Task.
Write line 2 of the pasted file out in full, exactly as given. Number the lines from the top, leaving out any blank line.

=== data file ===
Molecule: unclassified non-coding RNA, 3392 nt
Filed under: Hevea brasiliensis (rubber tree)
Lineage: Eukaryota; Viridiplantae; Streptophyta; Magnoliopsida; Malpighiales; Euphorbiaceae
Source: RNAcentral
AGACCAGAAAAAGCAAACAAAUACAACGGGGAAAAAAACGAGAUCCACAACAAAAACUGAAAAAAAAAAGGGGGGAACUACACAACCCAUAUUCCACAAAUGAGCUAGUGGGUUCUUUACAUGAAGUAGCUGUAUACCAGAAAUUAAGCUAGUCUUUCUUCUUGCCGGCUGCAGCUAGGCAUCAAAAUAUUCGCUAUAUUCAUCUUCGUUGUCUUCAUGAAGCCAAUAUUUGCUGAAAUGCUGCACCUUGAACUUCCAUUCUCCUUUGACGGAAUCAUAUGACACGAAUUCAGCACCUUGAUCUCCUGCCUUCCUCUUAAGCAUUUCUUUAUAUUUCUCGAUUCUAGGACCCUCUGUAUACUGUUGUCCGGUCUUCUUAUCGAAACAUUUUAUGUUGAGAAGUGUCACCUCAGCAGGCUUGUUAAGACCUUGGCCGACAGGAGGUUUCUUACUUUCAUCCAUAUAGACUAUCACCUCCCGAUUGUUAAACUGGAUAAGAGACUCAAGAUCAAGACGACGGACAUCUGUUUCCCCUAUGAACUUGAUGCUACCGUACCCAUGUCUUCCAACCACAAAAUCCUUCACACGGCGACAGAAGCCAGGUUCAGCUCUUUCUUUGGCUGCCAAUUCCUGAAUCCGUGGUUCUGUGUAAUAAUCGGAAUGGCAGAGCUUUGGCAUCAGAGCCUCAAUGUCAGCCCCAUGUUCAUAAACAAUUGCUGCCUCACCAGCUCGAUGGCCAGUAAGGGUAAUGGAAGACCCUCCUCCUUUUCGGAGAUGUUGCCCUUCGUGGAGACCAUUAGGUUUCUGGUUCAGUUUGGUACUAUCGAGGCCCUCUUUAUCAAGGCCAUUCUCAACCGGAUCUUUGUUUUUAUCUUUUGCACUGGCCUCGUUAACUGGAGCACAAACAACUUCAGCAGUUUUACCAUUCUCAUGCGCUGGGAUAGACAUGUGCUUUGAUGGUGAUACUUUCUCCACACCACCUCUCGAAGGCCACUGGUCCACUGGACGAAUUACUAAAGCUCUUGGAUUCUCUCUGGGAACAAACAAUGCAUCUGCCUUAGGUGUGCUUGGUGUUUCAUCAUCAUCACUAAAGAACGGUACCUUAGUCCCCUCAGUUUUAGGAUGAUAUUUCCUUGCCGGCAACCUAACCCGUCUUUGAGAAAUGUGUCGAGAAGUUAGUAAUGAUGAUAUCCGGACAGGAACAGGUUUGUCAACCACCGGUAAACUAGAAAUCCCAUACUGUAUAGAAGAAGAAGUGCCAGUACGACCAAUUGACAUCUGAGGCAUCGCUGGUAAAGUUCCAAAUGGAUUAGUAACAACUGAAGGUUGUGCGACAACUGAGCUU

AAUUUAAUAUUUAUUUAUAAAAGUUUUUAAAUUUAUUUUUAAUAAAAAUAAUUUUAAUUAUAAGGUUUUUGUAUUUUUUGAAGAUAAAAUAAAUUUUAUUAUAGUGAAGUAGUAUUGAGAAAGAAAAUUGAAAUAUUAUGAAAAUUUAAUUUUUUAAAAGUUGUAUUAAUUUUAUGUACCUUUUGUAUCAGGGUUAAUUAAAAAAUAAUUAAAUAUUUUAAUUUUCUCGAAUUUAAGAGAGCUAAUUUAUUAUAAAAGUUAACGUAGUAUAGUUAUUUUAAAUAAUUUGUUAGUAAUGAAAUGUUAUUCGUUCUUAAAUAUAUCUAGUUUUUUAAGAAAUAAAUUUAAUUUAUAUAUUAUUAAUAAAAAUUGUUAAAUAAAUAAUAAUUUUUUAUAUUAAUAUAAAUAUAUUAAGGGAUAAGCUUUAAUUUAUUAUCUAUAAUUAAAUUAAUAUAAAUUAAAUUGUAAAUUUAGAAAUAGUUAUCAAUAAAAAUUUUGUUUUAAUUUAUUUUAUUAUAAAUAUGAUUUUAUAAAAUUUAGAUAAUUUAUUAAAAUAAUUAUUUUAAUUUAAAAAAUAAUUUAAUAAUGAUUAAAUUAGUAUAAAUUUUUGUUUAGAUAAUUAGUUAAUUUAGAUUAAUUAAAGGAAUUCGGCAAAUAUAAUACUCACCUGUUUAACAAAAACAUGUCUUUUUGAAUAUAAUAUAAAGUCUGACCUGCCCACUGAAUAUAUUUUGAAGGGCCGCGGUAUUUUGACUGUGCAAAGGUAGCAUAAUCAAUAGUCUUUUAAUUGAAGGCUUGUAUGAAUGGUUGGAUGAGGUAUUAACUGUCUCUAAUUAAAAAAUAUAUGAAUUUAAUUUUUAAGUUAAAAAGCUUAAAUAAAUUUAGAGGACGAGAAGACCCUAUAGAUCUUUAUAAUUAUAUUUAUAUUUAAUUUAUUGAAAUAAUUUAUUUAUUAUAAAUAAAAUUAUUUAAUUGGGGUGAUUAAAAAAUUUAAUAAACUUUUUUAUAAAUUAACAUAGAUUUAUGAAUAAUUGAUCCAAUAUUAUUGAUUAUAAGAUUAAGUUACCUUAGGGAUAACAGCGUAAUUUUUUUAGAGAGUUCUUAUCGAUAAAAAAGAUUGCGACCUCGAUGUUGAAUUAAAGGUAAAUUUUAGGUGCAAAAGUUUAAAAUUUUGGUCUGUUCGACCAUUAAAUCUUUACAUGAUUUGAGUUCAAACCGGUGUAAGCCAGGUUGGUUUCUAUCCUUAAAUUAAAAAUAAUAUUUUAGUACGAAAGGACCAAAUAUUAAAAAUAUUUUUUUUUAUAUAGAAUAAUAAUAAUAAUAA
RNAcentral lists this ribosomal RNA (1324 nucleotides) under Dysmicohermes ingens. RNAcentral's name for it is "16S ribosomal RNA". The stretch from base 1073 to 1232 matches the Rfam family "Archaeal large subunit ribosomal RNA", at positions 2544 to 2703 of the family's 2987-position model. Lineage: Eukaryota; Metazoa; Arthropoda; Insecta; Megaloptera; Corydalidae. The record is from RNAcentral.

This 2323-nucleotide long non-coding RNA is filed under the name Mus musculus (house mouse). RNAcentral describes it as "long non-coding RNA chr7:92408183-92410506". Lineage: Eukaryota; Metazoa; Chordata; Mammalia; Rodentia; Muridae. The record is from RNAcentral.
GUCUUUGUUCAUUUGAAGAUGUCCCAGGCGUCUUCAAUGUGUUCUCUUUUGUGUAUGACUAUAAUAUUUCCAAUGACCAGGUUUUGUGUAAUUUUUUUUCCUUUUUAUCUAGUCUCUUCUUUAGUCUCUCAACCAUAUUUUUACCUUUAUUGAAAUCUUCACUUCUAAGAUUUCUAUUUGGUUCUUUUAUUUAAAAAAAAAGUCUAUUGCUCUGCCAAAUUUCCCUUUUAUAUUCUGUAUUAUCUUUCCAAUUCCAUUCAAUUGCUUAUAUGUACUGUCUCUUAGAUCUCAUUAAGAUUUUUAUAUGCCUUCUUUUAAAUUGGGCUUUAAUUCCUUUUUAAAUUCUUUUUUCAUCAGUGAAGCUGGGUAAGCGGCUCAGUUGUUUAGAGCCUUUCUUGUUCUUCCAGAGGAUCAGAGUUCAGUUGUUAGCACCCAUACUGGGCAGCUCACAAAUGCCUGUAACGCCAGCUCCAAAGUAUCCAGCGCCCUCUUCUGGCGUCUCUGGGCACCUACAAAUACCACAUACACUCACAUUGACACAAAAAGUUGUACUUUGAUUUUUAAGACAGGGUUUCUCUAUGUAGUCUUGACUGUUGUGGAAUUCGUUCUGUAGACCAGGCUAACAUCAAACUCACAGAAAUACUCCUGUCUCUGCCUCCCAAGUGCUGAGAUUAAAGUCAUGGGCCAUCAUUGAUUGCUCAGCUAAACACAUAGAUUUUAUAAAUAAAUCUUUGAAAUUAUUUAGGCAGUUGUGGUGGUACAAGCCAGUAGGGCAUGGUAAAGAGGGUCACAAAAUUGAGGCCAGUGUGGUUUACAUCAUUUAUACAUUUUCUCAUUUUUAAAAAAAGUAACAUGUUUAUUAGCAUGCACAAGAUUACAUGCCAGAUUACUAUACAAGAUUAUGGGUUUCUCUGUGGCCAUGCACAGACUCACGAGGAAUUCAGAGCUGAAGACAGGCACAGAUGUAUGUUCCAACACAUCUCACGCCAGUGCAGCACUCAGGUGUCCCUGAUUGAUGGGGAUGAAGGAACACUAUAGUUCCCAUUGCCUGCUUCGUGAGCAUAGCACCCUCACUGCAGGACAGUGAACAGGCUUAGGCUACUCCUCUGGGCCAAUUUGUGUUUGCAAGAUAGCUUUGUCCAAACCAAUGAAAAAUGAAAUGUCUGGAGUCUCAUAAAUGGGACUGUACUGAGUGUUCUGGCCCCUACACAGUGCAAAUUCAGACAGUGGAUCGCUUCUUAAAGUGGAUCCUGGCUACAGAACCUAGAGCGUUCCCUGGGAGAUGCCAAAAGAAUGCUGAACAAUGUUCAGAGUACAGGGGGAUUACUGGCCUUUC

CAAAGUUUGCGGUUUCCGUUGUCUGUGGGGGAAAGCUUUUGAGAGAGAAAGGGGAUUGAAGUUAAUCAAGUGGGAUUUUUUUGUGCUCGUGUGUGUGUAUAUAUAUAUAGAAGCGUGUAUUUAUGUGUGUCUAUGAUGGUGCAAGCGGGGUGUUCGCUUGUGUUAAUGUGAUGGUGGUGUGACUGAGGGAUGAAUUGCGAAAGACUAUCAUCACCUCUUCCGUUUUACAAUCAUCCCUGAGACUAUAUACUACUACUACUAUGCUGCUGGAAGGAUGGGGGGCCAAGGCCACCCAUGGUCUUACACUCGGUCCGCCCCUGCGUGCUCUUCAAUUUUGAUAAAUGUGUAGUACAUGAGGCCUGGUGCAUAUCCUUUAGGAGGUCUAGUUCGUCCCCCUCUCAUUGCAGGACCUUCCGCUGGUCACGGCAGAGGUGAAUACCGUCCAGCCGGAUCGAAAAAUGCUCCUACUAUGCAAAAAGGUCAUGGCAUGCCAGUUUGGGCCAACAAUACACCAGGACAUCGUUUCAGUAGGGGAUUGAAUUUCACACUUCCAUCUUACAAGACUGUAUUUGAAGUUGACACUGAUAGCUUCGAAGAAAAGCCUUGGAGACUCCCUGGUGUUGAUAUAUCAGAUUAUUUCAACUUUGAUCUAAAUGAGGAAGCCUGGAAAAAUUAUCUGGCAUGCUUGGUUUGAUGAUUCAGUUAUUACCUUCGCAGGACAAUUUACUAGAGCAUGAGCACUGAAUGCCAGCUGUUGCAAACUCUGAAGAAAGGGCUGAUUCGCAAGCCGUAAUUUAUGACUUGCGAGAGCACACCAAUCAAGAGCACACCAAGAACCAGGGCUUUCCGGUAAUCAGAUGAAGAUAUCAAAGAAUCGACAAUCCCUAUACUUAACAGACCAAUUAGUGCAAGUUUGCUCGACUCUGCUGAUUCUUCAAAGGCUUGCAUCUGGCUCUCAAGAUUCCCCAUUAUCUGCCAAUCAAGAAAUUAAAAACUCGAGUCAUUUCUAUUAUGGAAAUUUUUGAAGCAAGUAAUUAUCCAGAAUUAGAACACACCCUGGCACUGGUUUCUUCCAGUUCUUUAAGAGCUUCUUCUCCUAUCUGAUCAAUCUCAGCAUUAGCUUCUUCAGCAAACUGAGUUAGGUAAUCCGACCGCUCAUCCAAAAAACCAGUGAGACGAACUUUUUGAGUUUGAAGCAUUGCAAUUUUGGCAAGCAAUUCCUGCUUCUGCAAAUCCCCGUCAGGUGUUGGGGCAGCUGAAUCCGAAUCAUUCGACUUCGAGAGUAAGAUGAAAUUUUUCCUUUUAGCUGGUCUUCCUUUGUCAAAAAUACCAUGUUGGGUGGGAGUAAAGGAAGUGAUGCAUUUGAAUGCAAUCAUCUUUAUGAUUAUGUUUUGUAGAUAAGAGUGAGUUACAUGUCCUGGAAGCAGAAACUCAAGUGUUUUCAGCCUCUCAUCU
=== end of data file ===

Filed under: Hevea brasiliensis (rubber tree)